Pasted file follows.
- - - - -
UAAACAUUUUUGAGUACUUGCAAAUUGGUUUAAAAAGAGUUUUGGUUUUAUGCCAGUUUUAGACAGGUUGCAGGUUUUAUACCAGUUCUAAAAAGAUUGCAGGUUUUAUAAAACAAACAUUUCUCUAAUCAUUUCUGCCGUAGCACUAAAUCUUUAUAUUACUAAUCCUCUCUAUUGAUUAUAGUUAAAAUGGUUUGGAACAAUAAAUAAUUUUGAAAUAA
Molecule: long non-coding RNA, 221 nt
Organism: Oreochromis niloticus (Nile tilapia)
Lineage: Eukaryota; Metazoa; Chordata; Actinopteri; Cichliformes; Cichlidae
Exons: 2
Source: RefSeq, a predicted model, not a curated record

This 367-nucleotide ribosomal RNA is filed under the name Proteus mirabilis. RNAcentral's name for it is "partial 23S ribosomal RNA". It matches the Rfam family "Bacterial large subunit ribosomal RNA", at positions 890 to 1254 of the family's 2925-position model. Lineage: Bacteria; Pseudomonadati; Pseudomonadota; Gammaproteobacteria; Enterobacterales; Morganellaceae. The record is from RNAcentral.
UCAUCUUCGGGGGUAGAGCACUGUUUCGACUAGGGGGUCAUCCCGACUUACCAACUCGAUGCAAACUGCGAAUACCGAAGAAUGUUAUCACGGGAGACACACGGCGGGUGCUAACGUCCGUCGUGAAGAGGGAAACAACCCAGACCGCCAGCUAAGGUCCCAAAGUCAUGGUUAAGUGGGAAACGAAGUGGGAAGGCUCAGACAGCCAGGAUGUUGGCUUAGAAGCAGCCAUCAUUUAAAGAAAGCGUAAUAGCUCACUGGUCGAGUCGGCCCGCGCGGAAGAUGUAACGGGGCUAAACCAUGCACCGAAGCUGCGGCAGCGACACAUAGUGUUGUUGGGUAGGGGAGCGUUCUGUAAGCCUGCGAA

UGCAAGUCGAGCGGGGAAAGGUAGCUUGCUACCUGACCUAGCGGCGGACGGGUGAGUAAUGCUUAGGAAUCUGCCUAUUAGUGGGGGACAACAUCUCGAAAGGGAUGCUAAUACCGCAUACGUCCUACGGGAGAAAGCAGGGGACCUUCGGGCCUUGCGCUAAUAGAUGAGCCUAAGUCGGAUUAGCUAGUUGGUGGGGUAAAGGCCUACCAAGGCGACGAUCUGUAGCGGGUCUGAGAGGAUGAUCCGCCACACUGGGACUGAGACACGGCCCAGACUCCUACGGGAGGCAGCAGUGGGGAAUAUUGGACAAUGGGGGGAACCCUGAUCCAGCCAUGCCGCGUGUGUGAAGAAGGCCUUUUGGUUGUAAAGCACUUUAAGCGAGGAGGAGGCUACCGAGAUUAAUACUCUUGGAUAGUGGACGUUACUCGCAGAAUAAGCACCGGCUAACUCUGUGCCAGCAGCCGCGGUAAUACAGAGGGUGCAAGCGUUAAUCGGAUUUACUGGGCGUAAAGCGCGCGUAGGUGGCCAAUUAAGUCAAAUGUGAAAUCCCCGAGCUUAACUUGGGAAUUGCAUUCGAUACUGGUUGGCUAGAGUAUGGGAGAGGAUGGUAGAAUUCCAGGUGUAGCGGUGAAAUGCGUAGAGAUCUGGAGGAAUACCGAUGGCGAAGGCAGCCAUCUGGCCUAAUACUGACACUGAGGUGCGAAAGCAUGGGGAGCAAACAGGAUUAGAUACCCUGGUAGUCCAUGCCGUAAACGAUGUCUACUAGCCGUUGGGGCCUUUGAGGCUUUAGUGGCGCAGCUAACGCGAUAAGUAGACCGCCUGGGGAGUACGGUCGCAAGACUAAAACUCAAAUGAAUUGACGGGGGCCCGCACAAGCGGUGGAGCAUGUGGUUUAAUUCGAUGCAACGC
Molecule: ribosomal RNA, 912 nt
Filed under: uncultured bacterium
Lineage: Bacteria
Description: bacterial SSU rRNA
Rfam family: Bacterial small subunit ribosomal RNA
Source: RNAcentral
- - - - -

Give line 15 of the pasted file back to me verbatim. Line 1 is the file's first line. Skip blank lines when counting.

Source: RNAcentral